It’s the time of year when many kids are pulling on jerseys with numbers and heading out onto fields as part of a team. Being a part of a sports team was one of the best things I did as a kid. All the “good” that comes from team membership continued to be true for me through college: feeling a part of something bigger; learning how to communicate, support, and work with others; and often becoming friends with people who I might not otherwise have known. These social learnings were key, and translated well to classroom, family, and eventually, office settings.
Fast forward, I am a mom on the sidelines cheering on my daughters who play sports, and am happy that they do. But for years when people asked my son what he plays, his answer was – and is – “drums.” When his friends head to soccer practice, he heads to the School of Rock and takes his seat behind a drum kit. The great thing about this program is that, in addition to individual music instruction, the kids play together as a band. They work together with a show director for a season, then put on a show, on a stage, often in a rock club. In the process they are a part of something bigger; they are learning how to communicate, support, and work with others; and often become friends with people who they might not otherwise have known.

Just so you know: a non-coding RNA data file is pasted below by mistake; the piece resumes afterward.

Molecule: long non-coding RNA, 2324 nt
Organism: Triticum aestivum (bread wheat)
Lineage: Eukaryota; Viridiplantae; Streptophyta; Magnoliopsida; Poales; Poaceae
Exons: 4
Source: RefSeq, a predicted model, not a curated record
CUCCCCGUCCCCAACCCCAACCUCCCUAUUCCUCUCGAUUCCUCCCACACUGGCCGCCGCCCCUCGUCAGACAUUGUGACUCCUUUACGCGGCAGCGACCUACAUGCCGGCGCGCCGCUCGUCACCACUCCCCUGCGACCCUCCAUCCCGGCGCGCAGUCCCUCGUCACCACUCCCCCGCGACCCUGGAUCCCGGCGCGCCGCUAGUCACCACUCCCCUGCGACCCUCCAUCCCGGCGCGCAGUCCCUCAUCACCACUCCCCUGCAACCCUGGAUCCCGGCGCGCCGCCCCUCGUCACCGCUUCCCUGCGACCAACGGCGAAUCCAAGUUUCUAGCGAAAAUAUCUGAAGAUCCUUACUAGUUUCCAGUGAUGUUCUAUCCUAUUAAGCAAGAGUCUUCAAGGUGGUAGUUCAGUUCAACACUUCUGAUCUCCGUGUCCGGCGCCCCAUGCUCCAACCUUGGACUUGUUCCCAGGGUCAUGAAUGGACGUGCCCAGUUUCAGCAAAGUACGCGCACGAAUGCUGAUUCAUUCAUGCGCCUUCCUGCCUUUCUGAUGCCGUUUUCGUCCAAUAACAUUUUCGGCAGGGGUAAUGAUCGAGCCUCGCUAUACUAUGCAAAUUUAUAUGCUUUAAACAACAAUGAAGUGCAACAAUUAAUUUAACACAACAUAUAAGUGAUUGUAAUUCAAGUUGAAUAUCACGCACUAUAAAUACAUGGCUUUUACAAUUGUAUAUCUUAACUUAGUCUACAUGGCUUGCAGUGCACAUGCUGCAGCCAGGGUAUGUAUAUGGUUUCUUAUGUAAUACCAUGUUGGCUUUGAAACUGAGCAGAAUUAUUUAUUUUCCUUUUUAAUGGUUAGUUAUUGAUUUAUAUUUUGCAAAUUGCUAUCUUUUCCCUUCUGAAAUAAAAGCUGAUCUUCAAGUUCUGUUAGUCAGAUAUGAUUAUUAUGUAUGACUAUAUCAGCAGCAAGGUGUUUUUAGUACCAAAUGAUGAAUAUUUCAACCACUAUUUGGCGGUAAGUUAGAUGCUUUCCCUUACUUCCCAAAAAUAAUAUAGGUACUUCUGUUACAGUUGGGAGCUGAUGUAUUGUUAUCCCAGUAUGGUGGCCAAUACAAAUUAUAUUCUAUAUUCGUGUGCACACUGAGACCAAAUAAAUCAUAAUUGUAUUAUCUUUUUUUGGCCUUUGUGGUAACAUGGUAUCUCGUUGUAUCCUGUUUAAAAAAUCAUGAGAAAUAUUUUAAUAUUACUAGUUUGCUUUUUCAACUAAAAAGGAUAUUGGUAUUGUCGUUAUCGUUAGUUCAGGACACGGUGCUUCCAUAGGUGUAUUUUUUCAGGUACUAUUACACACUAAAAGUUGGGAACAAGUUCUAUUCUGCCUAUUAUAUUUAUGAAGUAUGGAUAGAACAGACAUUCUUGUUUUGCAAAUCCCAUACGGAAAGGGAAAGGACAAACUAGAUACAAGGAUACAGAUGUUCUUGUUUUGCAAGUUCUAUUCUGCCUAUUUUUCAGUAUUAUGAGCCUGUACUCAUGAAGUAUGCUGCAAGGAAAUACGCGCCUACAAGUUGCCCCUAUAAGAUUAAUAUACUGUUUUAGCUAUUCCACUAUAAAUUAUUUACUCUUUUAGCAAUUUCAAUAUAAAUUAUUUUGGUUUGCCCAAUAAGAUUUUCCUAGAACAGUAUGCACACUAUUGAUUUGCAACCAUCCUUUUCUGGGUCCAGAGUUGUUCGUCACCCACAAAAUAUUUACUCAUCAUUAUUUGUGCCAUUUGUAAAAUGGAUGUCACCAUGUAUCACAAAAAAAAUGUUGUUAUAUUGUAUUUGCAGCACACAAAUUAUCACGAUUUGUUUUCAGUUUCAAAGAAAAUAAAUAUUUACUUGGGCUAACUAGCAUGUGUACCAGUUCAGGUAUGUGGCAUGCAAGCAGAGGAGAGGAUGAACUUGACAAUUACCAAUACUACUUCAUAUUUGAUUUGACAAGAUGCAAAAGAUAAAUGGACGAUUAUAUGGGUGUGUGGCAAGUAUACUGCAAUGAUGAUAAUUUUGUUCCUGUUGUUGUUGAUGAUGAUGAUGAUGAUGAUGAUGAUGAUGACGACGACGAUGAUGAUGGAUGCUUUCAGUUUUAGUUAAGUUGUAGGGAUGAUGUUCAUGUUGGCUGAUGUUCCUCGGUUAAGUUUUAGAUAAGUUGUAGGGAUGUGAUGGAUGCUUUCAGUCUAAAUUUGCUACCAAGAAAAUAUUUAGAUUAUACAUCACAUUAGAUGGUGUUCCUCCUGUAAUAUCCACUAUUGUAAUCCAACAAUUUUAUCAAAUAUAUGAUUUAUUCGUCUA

Now there’s no a-ha moment here — just a little reminder for those of us who may have grown up loving sports, see the value of a team experience for our kids, and worry when they don’t readily take to the field. The opportunities are many, whether it’s sports or theater or math or music, “teams,” and the great parts of being part of one, can be found in a wide range of settings. -t